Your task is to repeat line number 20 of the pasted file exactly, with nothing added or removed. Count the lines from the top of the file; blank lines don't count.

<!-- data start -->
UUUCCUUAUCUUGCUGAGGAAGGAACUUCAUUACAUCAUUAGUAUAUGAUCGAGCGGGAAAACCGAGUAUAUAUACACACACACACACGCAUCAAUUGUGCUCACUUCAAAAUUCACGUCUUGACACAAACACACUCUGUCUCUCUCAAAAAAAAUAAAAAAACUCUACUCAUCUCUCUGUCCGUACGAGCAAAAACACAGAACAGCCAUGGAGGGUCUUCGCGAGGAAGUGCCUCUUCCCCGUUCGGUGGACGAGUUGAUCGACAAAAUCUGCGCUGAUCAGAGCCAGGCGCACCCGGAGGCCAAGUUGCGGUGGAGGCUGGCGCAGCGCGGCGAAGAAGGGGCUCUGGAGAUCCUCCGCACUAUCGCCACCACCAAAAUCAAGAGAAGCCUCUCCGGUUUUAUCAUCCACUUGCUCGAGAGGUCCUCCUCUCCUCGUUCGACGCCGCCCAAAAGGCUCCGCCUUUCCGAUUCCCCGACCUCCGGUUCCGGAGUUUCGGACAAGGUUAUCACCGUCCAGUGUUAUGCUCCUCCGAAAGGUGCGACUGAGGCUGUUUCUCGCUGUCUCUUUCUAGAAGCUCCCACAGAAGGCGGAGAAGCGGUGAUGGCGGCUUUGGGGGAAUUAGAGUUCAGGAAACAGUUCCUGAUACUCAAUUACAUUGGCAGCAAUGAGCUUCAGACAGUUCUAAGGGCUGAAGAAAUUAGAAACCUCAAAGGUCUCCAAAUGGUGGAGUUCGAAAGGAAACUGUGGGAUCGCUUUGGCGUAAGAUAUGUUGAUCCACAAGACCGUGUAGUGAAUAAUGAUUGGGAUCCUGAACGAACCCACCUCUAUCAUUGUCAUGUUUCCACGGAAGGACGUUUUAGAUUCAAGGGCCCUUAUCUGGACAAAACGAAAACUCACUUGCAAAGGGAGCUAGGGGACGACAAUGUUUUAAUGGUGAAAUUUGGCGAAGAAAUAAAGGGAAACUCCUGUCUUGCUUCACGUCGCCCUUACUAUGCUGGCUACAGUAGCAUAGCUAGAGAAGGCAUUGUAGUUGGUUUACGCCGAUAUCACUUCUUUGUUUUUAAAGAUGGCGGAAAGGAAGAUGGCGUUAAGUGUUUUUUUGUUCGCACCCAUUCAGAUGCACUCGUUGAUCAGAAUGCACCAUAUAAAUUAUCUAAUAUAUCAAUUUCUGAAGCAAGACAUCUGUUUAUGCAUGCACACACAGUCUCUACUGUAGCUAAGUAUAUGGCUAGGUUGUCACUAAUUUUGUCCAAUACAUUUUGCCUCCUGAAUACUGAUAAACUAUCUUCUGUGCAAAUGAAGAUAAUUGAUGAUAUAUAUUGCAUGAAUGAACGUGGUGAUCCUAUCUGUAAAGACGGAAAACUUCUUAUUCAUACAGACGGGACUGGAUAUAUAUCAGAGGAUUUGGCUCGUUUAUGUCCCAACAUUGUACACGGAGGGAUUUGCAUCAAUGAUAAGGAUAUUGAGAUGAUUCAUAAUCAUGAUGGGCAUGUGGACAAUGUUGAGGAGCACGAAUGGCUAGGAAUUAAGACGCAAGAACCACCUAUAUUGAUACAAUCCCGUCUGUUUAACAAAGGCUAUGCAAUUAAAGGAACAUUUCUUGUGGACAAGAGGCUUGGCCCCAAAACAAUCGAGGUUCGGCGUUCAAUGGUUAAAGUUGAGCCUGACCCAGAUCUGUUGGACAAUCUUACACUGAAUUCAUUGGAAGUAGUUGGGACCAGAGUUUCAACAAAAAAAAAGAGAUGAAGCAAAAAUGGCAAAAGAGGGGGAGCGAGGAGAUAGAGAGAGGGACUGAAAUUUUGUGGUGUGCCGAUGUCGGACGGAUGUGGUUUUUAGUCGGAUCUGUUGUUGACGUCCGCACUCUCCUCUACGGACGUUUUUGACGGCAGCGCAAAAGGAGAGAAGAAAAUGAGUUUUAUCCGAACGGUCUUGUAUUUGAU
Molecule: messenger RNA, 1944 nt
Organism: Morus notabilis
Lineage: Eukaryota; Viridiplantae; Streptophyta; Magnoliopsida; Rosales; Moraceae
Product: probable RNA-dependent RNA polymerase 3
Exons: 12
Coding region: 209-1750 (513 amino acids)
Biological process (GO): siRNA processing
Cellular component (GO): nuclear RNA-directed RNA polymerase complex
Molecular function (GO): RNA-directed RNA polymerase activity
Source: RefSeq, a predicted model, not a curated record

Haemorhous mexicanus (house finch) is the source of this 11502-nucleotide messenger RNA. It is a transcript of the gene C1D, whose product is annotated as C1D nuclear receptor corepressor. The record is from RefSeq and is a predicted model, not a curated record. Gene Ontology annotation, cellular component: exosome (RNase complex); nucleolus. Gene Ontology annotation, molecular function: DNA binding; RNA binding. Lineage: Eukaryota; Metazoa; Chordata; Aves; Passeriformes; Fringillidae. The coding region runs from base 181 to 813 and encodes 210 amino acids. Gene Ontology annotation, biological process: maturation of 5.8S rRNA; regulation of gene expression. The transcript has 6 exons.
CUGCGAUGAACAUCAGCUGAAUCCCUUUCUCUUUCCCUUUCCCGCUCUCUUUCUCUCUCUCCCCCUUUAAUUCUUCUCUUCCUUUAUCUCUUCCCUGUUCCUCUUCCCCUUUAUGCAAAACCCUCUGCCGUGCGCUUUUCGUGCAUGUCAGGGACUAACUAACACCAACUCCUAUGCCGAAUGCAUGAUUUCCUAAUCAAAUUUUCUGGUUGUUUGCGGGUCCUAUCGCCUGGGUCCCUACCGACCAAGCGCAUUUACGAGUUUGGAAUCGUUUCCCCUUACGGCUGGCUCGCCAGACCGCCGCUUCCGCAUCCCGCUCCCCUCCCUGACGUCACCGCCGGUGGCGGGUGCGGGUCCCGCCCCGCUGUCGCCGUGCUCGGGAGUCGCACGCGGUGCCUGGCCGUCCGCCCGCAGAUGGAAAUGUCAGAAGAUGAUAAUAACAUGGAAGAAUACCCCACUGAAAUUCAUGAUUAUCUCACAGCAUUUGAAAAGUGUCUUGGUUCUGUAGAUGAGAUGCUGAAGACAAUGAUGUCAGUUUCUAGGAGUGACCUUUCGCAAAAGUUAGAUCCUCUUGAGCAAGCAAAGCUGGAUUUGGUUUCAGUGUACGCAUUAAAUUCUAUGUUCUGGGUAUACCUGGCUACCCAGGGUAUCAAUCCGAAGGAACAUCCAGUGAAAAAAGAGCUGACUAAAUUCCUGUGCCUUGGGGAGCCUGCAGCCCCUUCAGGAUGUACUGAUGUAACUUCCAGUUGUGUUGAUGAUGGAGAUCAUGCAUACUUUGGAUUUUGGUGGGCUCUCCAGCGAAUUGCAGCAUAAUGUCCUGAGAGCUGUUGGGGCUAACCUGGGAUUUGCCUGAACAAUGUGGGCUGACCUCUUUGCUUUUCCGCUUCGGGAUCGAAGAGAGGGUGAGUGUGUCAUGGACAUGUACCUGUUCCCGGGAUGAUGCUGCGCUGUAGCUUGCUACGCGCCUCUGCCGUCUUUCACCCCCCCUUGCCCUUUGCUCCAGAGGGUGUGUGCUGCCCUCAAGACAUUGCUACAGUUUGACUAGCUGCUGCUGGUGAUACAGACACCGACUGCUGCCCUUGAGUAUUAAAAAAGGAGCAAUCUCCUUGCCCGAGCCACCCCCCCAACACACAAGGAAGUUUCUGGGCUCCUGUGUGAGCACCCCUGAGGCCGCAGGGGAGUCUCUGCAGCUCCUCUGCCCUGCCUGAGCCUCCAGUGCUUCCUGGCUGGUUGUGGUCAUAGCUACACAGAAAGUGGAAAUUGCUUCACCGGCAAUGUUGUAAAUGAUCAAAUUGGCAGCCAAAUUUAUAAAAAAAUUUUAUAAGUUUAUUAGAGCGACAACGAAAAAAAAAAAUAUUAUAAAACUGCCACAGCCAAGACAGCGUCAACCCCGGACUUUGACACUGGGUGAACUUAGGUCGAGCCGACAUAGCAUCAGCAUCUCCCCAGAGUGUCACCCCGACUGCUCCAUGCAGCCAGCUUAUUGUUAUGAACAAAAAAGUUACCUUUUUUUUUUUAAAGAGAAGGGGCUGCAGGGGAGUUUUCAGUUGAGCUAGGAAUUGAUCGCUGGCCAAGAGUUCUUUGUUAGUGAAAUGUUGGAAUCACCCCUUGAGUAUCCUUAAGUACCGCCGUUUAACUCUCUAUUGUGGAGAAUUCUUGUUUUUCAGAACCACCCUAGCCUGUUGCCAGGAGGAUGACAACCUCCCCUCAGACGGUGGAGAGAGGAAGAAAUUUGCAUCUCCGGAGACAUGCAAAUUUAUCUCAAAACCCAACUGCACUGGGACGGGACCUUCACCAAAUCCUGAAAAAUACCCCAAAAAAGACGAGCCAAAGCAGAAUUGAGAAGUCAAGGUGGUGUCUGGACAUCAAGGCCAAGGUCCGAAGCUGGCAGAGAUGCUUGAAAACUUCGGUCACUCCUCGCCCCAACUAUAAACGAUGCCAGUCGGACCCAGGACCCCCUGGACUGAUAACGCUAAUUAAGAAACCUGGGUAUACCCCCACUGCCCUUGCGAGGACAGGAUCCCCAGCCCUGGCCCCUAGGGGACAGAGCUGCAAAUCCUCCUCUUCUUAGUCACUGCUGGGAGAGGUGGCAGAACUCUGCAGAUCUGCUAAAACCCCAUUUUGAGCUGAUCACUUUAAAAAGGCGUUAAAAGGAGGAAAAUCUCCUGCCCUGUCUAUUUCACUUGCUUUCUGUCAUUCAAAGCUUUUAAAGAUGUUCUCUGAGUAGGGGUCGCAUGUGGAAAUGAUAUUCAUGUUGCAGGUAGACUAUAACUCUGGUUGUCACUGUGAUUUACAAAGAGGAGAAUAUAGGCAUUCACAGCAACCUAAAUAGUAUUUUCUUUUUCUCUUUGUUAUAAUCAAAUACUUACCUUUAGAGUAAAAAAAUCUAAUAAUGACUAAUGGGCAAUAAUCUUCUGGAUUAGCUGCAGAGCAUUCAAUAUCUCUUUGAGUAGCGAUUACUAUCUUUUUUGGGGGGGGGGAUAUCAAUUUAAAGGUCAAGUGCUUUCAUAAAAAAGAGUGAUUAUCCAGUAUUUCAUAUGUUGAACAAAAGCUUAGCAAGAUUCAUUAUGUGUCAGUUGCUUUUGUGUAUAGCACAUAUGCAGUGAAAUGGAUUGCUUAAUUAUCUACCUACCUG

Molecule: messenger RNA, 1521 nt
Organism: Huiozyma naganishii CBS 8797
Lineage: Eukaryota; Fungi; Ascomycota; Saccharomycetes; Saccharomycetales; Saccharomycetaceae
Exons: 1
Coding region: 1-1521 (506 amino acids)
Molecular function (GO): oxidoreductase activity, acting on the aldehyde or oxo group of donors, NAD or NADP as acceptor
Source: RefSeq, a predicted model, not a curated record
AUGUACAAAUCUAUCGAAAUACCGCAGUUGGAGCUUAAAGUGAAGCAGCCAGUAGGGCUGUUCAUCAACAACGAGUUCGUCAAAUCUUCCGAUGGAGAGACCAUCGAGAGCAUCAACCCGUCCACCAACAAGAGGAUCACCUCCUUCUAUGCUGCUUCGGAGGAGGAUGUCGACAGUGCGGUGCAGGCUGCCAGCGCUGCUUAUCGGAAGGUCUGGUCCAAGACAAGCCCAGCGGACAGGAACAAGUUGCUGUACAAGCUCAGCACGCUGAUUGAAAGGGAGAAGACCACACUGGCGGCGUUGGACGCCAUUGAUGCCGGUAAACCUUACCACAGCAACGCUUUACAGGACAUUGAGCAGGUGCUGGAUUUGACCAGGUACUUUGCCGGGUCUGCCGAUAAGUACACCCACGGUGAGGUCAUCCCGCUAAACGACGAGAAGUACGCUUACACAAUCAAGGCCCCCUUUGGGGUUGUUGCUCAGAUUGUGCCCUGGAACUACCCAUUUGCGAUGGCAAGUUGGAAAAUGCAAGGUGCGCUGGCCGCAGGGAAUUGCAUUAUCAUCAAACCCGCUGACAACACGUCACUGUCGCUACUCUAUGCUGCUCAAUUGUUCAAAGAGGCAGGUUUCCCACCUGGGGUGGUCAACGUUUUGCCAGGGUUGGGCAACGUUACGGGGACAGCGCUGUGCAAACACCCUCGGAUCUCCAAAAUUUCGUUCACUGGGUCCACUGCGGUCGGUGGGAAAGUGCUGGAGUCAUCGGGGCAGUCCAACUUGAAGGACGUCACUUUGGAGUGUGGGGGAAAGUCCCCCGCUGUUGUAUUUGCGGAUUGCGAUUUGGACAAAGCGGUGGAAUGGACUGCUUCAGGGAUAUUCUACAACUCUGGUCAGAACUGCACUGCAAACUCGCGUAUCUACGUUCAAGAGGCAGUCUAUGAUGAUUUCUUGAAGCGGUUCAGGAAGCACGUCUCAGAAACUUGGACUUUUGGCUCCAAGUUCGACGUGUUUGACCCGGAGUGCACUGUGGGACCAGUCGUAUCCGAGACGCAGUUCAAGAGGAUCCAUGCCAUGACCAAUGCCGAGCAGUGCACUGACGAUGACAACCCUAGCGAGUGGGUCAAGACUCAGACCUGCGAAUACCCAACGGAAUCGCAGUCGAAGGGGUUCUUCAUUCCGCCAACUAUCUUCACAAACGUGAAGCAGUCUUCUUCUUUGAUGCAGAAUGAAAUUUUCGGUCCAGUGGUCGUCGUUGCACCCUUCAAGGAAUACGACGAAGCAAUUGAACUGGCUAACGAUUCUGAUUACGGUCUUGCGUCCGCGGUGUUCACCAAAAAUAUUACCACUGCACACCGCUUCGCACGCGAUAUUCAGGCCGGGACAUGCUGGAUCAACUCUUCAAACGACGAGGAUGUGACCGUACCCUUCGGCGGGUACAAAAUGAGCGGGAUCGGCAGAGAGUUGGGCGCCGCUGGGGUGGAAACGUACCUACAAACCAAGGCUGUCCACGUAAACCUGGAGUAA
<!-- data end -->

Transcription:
Source: RefSeq, a predicted model, not a curated record